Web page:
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Red Man Laughing’s Ryan McMahon: Laughter as Medicine
Ryan McMahon is one of the most dynamic Indigenous comedians working in Canada and the United States. His comedy is an honest look at the collision between Indian Country and mainstream society. Ryan’s storytelling brand of comedy is as smart as it is angry – full of characters, standup, rants and raves. He is a role model for how humour can take you places and get you through life. This event is hosted by UBC Learning Circle. 
 
Tuesday, December 9, 3:30 – 4:30 PM
Participate via videoconference or computer webinar
 
For more information, visit here.
To register, visit here.

Source: The Talking Stick: News and Information from the First Nations Longhouse, December 1, 2014.

Interactive Medicine Walk with Cease Wyss (T’uy’tanat), Dec 2, 2014

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Interactive Medicine Walk with Cease Wyss (T’uy’tanat)
In this UBC Learning Circle session, Cease Wyss will introduce and teach about a variety of dried and fresh medicines collected over the summer and fall. T’uy’tanat Cease Wyss, Skwxwu7mesh, is a plant grower and gatherer. Cease will discuss picking, preserving and preparing medicinal plants, the impact of invasive plants on medicines, and the importance of bees.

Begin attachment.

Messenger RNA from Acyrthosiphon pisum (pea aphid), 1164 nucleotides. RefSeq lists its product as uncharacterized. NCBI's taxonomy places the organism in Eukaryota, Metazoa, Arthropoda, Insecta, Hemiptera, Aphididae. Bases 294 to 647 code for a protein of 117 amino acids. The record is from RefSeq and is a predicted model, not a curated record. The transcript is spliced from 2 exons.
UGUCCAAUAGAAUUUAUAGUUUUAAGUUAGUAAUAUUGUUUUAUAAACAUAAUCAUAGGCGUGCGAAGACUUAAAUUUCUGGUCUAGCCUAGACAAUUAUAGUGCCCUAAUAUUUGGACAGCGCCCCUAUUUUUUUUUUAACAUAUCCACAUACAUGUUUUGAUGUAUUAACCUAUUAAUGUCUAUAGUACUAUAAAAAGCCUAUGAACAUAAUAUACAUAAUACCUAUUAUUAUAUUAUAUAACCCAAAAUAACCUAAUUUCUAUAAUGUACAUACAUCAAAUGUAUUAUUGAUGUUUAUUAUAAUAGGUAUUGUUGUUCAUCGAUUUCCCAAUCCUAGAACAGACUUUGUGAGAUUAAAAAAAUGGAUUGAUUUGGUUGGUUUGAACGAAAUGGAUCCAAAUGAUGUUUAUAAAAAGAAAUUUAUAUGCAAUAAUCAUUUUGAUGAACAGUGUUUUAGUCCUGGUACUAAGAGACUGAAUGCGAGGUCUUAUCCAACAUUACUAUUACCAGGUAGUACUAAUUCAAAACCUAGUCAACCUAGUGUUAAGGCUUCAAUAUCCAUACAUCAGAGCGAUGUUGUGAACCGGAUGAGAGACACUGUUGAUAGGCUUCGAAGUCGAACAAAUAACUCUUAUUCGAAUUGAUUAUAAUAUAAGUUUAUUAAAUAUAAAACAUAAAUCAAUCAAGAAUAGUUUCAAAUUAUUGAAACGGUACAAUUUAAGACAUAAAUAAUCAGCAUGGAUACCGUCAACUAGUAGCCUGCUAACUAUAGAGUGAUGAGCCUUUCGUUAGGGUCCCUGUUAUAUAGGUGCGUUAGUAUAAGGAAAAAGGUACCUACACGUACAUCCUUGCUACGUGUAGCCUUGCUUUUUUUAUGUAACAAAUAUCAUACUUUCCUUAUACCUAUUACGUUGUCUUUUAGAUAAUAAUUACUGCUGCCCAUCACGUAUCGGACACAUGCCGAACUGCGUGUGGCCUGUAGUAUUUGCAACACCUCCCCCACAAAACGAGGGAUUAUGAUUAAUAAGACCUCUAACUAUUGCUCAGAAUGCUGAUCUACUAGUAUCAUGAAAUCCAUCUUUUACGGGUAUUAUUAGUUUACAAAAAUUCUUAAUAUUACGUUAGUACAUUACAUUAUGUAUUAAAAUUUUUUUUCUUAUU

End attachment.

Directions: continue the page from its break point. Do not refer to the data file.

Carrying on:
Tuesday, December 2, 2:00 – 3:30 PM
Participate via videoconference or computer webinar
 
For more information, visit here.
To register, visit here.
Source: The Talking Stick: News and Information from the First Nations Longhouse, December 1, 2014.

Panel Discussion: Indigenous Nations, traditional values and modern systems, Dec 11, 2014

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Indigenous Nations, traditional values and modern systems
Join the Peter Wall Institute for a panel discussion on integrating traditional Indigenous values into modern governance systems, land management and economic development. The panelists include Gwen Philipps (Canada), Donna Flavell (New Zealand), Daryle Rigney (Australia), and Chris Caldwell (USA). The panelists will incorporate elements from personal experiences and information from the previous three days of the International Research Roundtable. There will also be a cultural sharing by Beau Dick.
 
Thursday, December 11, 9:00 – 11:30 AM
FIRST NATIONS LONGHOUSE
 
For more information, contact baillie.redfern@gmail.com or visit here.

Source: The Talking Stick: News and Information from the First Nations Longhouse, December 1, 2014.

Dr. Dwayne Donald: Homo Economicus and Curriculum for Survival, Dec 4, 2014

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Through story, Dr. Dwayne Donald will argue that curriculum thought and notions of human being-ness need to begin with acknowledging the more-than-human entities that give us life. He will focus on the main mythologies that have guided formal schooling and on the curricular promotion of market-informed notions of citizenship that continually overlook Indigenous ways of knowing. This event is part of the 2014-2015 Indigenous Scholars’ Series and is sponsored by the Faculty of Education.
 
Thursday, December 4, 4:30 – 5:30 PM
FIRST NATIONS LONGHOUSE
 
For more information, contact indigenous.education@ubc.ca
Dec 4, 2014 Presentation by Dr. Dwayne Donald